‘Did You Hear What Eddie Gein Done?’ Writer Harold Schechter: The Conskipper Interview

Harold Schechter is well-known for his examination of serial killers and true crime cases, having written dozens of books on the subject.

So, when it was announced that Schechter and The Goon’s Eric Powell would be collaborating on an upcoming graphic novel investigation of one of the most famous killers in American history, fans of true crime and comics took notice.

We got a chance to speak to Schechter about Did You Hear What Eddie Gein Done? and what it was like making the transition to writing a graphic novel in this exclusive interview.

How did you become involved with Did You Hear What Eddie Gein Done?

Harold Schechter: Eric initiated the project.   He contacted my agent who contacted me.  As a longtime comic fan–and a lover of Eric’s art–I was thrilled when he proposed a collaboration. 

You have written numerous books on serial killers and true crime.  Have you ever researched the Ed Gein case before the new graphic novel? 

Schechter: My  very first true crime book, Deviant, was–as I immodestly believe–the definitive biography of Gein.  I did a great deal of deep research for that project, including a trip to Wisconsin, where I was able to interview some of Gein’s friends and neighbors in Plainfield as well as other people involved in the case.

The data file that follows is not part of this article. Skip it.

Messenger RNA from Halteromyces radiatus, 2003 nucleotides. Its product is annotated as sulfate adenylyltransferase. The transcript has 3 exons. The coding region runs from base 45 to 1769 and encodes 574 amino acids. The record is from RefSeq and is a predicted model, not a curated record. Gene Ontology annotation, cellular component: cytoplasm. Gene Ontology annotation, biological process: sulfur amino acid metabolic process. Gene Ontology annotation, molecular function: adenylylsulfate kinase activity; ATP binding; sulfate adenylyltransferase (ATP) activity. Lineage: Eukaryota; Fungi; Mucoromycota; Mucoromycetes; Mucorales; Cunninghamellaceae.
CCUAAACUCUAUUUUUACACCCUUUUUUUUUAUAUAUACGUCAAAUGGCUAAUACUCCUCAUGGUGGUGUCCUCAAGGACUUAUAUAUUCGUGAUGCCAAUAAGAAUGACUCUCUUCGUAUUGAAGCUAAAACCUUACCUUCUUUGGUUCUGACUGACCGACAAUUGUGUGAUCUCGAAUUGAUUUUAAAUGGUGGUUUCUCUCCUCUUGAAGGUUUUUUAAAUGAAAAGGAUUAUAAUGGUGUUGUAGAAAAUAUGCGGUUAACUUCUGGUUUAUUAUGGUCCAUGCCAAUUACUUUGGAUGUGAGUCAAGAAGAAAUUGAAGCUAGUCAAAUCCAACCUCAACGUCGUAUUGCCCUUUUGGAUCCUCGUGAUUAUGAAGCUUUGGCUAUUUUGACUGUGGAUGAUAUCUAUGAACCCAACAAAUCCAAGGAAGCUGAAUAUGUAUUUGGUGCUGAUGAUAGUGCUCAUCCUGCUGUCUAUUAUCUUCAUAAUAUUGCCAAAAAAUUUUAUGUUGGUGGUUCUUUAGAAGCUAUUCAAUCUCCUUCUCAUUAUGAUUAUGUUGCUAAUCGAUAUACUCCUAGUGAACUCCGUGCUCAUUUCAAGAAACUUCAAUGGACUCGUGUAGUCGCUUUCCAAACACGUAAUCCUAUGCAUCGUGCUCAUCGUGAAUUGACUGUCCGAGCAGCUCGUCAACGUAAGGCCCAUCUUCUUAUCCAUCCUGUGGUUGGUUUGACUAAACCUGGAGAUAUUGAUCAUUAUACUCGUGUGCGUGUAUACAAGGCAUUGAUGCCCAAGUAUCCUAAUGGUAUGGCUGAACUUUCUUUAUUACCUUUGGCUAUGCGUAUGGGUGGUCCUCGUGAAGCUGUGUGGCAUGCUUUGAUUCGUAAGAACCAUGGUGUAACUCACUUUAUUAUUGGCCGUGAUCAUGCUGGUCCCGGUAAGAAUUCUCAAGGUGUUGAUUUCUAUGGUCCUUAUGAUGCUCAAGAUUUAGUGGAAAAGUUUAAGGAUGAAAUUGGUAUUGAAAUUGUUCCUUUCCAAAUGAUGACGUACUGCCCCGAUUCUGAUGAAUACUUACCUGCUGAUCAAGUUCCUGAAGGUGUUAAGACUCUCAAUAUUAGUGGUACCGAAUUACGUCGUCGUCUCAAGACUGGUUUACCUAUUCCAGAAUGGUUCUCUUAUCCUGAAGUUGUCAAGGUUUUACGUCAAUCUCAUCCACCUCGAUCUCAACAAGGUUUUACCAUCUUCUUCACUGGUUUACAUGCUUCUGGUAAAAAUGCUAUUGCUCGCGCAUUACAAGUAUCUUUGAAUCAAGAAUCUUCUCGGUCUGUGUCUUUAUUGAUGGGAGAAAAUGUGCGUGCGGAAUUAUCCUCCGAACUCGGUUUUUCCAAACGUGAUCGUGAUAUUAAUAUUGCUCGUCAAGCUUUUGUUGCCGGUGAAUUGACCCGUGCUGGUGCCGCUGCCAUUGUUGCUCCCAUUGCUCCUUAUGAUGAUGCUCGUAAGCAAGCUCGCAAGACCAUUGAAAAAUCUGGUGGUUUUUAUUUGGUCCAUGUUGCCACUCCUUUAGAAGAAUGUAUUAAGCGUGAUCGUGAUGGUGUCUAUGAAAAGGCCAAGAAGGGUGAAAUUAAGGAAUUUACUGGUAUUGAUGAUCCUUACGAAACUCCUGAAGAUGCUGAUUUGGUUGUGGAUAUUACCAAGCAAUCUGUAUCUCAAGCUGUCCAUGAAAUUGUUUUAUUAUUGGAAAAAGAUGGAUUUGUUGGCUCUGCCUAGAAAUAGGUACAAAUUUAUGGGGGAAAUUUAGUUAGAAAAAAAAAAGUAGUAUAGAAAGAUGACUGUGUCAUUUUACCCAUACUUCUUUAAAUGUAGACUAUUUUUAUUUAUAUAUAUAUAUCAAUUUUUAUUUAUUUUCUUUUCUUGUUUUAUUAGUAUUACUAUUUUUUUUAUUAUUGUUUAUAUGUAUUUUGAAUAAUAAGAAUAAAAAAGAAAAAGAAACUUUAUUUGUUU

Was it difficult to transition to writing a comic?  What was the creative process like between you and Eric? 

Schechter: It wasn’t difficult for me since Eric ended up doing the lion’s share of the work. Since we were working at the height of the pandemic, our collaboration took place largely over Zoom.  We spent a good deal of time exchanging ideas about the story we wanted to tell.  Then I wrote a rough draft in the form of a movie script.  Eric did significant rewrites and translated it into comic book format.  I went over that, offered editorial suggestions.  When the final script was done, Eric took over and produced his astonishing visuals.

Why do you think that the case had such an impact on pop culture over the years? 

Schechter: Right from the moment the story broke back in the late 1950’s, Gein struck the public as a folklore monster made flesh–exactly the kind of creature whose unbelievable story lends itself to constant retellings in movies, etc.  The pulp writer Robert Bloch immediately re-imagined him as Norman Bates in his novel Psycho, which Hitchcock transformed into his cinematic masterpiece.  In the guise of Norman, Eddie revolutionized the modern horror movie, igniting the entire genre of slasher films.

Upcoming projects?  

Schechter: I’m currently at work on a kind of illustrated history of crime but can’t say more about it because –mostly for superstitious reasons–I don’t like discussing works-in-progress.

Did You Hear What Eddie Gein Done? will be in finer comic stores everywhere on August 11.

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